Rights & Money

Preserving the Value of Your Estate

Some of the assets in an estate are subject to taxes and fees, and some aren’t. Find out which is which


A popular regular feature in Good Times magazine is “Your Questions,” where Olev Edur provides answers to questions from our readers regarding their rights, personal finance, and estate planning. Here’s one on keeping as much of your estate as possible out of the government’s hands.

Q. I’m 80 and live in my own home in Saskatchewan, currently worth about $250,000. My income is $24,000 a year, and I have about $60,000 invested in GICs and some mutual funds. I’d like to leave my savings and the house to my only daughter, but I’m concerned about taxes and probate fees. I’d like to be able to pass all these assets to her while paying the minimum to the government. I’ve created my own simple will (no lawyer fees). Is there anything else I can do to preserve my estate for my daughter?

A. Possibly. I presume, first of all, that your savings account is not a registered one, such as a RRIF or LRIF; if it is, the money it contains will all be added to your income in the year of death and be subjected to tax at your top marginal rate; otherwise, there should be no income tax on the transfer of that $60,000, because it is, after all, money that’s already been taxed. Similarly, since your house is presumably your principal residence, there would be no tax bill on that transfer, although your executor must be sure to indicate the transfer on your final tax return.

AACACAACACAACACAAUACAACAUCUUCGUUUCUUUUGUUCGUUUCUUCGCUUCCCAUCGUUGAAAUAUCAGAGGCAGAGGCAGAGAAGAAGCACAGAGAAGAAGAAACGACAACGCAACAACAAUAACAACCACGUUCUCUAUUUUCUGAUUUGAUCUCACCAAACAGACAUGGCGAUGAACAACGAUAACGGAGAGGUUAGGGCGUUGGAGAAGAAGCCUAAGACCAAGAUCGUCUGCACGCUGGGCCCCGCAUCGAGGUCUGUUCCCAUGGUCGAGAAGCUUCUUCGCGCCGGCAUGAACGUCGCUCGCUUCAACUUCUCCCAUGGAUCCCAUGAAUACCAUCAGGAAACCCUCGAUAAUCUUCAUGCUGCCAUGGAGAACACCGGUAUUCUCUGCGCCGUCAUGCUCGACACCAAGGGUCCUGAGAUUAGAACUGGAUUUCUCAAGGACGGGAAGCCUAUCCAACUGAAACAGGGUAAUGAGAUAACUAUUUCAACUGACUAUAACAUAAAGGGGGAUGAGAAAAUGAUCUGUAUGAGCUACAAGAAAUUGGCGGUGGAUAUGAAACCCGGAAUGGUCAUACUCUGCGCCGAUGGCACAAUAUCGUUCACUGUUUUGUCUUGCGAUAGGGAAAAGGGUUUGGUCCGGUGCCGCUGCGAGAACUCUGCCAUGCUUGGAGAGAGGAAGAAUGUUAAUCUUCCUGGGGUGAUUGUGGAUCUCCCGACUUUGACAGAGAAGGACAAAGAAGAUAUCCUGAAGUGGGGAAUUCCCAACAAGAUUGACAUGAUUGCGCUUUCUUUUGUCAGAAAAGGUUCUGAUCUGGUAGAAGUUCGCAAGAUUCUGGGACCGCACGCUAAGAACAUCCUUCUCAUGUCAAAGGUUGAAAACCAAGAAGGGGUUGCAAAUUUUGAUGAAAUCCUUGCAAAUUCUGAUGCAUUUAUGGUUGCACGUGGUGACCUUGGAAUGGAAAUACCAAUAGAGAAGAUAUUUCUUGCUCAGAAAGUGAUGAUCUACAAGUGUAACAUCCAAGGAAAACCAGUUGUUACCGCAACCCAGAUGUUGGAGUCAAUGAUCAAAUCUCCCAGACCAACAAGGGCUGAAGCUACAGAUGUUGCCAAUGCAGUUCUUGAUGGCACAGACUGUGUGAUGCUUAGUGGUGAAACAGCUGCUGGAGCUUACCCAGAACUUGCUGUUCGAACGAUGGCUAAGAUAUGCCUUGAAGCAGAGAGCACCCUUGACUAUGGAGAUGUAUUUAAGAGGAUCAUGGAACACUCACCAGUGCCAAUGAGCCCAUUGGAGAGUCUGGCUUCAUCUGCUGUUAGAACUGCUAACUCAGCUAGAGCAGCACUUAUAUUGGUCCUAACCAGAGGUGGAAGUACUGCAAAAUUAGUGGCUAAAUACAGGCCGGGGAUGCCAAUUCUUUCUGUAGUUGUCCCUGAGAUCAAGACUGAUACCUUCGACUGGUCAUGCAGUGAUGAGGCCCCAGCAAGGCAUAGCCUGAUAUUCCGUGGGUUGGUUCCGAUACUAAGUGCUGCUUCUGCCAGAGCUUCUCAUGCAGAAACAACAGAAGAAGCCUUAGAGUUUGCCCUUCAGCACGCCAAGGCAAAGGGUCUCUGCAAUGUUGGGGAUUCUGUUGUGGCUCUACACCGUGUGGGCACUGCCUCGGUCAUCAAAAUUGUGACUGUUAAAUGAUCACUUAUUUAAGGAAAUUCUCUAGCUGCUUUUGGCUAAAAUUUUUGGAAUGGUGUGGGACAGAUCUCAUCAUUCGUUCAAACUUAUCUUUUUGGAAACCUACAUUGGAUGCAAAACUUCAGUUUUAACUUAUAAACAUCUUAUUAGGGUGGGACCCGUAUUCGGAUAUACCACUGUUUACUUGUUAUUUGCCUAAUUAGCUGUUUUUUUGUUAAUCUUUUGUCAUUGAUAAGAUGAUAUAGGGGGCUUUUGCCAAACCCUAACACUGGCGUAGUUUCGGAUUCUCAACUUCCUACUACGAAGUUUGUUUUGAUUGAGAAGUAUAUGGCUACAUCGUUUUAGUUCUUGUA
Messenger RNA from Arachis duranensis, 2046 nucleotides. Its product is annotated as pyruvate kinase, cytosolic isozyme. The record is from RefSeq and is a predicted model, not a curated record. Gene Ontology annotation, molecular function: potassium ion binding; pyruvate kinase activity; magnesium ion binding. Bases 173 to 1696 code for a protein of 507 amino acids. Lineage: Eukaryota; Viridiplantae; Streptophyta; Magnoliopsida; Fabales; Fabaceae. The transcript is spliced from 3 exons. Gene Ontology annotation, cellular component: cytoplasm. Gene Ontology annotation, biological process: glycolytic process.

In your province of Saskatchewan, holograph wills—that’s what they call what you have created—are recognized as legal (this is not the case in all provinces) provided they are entirely handwritten (not typed) by you, and dated and signed. Nevertheless, I think it would be a good idea to have an estate lawyer vet what you’ve written. Sometimes even an inadvertent word or two can have undesired legal consequences.

As for probate, while this is usually required when it comes to assets held in financial institutions and to the transfer of real estate, your affairs seem simple enough that it may not be necessary, but you should double-check with a tax lawyer in your province. If probate is required, the fee on a $310,000 estate (your house plus the savings) in Saskatchewan is $7 per $1,000 of estate value or, in your case, about $2,200.

You could reduce this fee by placing the house into joint ownership, but the downside here is that your daughter could do what she wishes with her ownership share, such as borrowing against it; also, the legal and other fees for creating a joint ownership arrangement could be almost as much as the savings on probate fees (which would still be $420 on your $60,000 in investments). Again, check with an estate lawyer as to the costs.

Photo: iStock/Obencem.